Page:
Who is responsible for repairing drains and sewers
This page explains who is responsible for maintaining drains and sewers.
Generally speaking, you’re usually responsible for drains inside the boundaries of your property, while the sewerage company is responsible for lateral drains, which are usually outside of property boundaries, and sewers. Although most sewers are now publicly owned, there are still some private or unadopted sewers. If your property is served by one of these, you may be responsible for maintaining it.
What’s the difference between a drain and a sewer?
A drain is a pipe that drains water and waste from a building and other buildings which belong with it, for example a garage.
A lateral drain is a length of pipe which carries wastewater away from your property to a sewer. It’s usually located outside your property boundary, often under a public pavement or road. A lateral drain might run under your property if you share a sewer with your neighbour.
A sewer collects water and waste from the drains of a number of buildings. Most sewers are publicly owned and are maintained by your water company. However, there are still some privately owned sewers. Some people aren’t connected to a sewer but to a cesspool, septic tank or treatment plant. If you aren’t connected to a sewer, you won’t have to pay sewerage charges to a sewerage company.
Repairs to drains
You are responsible for maintaining or repairing any drains inside the boundaries of your property - these are your private drains. You don't have to maintain or repair lateral drains that you share with your neighbour - your water company is responsible for these
You will have to pay to get work done to your private drains, but you are free to choose whichever company you want to do the work. Alternatively, you may take out insurance to pay for work on private drains.
Sometimes, you might be required to have insurance for the drain to your property. You should check with your building insurance company whether this is the case.
In some circumstances, your local authority environmental health department can order you to carry out improvement work or replace a private drain. They might do this if, for example, they think your drain is too small for your property or if it’s causing a blockage.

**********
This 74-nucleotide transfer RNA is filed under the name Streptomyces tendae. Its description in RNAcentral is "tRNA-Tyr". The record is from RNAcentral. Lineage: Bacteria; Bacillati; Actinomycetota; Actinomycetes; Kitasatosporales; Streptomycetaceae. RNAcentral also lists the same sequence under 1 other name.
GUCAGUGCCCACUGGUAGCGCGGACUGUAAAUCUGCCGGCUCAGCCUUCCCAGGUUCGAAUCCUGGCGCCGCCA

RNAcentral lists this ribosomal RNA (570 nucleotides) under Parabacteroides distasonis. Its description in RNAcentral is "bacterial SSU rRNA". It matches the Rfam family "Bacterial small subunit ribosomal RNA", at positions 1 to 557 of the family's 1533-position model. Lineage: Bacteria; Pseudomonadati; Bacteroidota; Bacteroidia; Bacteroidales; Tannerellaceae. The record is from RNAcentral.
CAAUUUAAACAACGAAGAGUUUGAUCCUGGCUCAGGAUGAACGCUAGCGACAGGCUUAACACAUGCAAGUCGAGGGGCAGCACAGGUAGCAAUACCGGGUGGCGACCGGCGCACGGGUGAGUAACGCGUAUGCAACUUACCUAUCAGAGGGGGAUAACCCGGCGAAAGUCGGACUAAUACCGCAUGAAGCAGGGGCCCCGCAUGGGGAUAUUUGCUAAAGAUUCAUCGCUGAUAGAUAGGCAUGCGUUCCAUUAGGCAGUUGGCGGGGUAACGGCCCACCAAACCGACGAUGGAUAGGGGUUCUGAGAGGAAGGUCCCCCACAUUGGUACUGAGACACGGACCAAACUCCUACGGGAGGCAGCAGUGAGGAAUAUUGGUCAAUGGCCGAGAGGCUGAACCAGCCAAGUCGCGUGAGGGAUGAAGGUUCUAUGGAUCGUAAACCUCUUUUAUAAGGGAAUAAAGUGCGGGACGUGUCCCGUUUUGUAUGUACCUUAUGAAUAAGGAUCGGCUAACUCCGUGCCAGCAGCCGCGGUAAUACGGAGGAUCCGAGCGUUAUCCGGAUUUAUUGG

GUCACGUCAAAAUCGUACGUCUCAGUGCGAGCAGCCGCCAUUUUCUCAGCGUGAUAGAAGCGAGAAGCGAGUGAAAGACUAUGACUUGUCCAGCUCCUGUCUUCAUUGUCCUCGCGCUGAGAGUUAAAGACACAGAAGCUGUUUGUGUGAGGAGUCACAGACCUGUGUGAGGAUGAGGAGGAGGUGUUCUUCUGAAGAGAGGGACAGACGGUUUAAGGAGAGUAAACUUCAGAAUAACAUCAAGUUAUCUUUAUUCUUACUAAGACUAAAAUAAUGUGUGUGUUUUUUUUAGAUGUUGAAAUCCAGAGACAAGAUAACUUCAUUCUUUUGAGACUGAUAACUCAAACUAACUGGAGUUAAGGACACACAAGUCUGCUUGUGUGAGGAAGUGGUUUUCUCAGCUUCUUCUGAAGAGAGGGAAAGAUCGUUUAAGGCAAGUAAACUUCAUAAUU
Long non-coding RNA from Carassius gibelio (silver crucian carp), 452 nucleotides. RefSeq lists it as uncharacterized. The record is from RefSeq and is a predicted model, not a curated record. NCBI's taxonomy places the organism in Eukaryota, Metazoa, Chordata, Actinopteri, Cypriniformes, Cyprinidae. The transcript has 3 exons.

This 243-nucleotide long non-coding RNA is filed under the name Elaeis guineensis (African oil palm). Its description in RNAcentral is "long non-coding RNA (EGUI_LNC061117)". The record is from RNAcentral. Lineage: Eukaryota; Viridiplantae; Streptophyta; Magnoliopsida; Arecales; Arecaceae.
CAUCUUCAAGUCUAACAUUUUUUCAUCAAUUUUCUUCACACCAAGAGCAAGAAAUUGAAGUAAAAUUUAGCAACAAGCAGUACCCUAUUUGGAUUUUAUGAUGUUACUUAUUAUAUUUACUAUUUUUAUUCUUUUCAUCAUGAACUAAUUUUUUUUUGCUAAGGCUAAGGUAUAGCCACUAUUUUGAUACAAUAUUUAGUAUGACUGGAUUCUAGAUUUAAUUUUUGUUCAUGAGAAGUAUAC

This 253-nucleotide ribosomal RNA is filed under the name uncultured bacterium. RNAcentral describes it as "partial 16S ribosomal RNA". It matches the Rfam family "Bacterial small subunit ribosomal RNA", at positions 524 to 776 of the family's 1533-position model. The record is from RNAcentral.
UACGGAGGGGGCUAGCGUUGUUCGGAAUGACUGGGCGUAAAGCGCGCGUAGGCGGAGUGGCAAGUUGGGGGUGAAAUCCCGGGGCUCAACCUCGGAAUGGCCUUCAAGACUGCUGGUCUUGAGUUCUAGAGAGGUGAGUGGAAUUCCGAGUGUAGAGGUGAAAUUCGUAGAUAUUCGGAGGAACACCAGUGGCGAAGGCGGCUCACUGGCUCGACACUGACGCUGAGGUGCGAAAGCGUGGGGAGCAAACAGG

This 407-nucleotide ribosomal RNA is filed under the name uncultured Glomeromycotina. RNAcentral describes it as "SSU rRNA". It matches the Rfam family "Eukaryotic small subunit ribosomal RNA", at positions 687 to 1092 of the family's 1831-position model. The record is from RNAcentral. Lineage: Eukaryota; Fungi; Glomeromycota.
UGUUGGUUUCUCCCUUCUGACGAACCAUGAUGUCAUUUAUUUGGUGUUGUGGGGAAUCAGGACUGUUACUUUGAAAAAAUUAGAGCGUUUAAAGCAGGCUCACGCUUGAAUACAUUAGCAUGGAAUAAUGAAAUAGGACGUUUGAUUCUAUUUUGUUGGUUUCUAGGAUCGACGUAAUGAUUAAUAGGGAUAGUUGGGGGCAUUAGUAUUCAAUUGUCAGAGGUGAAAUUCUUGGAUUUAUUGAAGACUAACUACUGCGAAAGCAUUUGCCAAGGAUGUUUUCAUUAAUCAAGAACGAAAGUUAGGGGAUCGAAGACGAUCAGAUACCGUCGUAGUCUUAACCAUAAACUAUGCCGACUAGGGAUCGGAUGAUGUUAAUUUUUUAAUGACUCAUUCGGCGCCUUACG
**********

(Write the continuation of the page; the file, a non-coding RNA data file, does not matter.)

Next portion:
If necessary, a local authority can carry out the work themselves and then charge you for it.
Repairs to sewers
Sewers and lateral drains connected to the public network used to be the responsibility of the property owner. However, most are now maintained by local water companies. If you have any problems with your sewer or lateral drain, for example if it’s blocked, contact your local water company.
Your water company has a right to enter your property if it needs to do this in order to inspect or maintain the sewer.
Private and unadopted sewers
You might have a private sewer or lateral drain if you live on a site that has a number of properties, for example a block of flats or a caravan site.
If you have a private or unadopted sewer, and own a property, you are responsible for the cost of maintaining and repairing it. If the sewer serves a number of properties, all the owners are jointly responsible for these costs.
Your local authority environmental health department can order you to repair or unblock a private sewer or lateral drain if it’s not properly maintained. If you don’t do the work in the time period specified by the local authority, they may carry out the work themselves and charge you for it.
Asking your sewerage company to take over or adopt a private sewer or lateral drain
You can ask your water or local sewerage company to take over or adopt a private sewer or lateral drain. You can do this if the sewer or drain has been constructed or improved to the standards required by the company and is in reasonable condition. The sewerage company needs to be satisfied that adopting the sewer will benefit the sewerage system as a whole. Everyone responsible for maintaining the lateral drain or sewer must agree to responsibility being transferred to the sewerage company.
If the company refuses to adopt a lateral drain or sewer, the owners can appeal to OFWAT.
Right to connect to a public sewer
All water and sewerage companies have a duty to provide public sewers to make sure the area is effectively drained. Usually, you have the right to connect the drain from your property to the public sewer – although you may have to pay for this.
Can the local authority insist you connect to the public sewer?
If the nearest public sewer is more than a hundred feet from your property and your drain runs into an adequate cesspool or septic tank, your local authority can’t insist that you connect to the public sewer.
However, they can insist if they agree to pay for the additional costs of connection, including construction, maintenance and repairs.
You’re not sure whether your sewer is private
If you're not sure whether your property is connected to a public sewer or a private one, you can:
check with your sewerage company
check the deeds of your property
check a sewer map – your sewerage company must make these available to you if you ask
check with your local authority.
Other useful information
If you need more help, contact the CCW on their website.
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Page last reviewed on 20 February 2020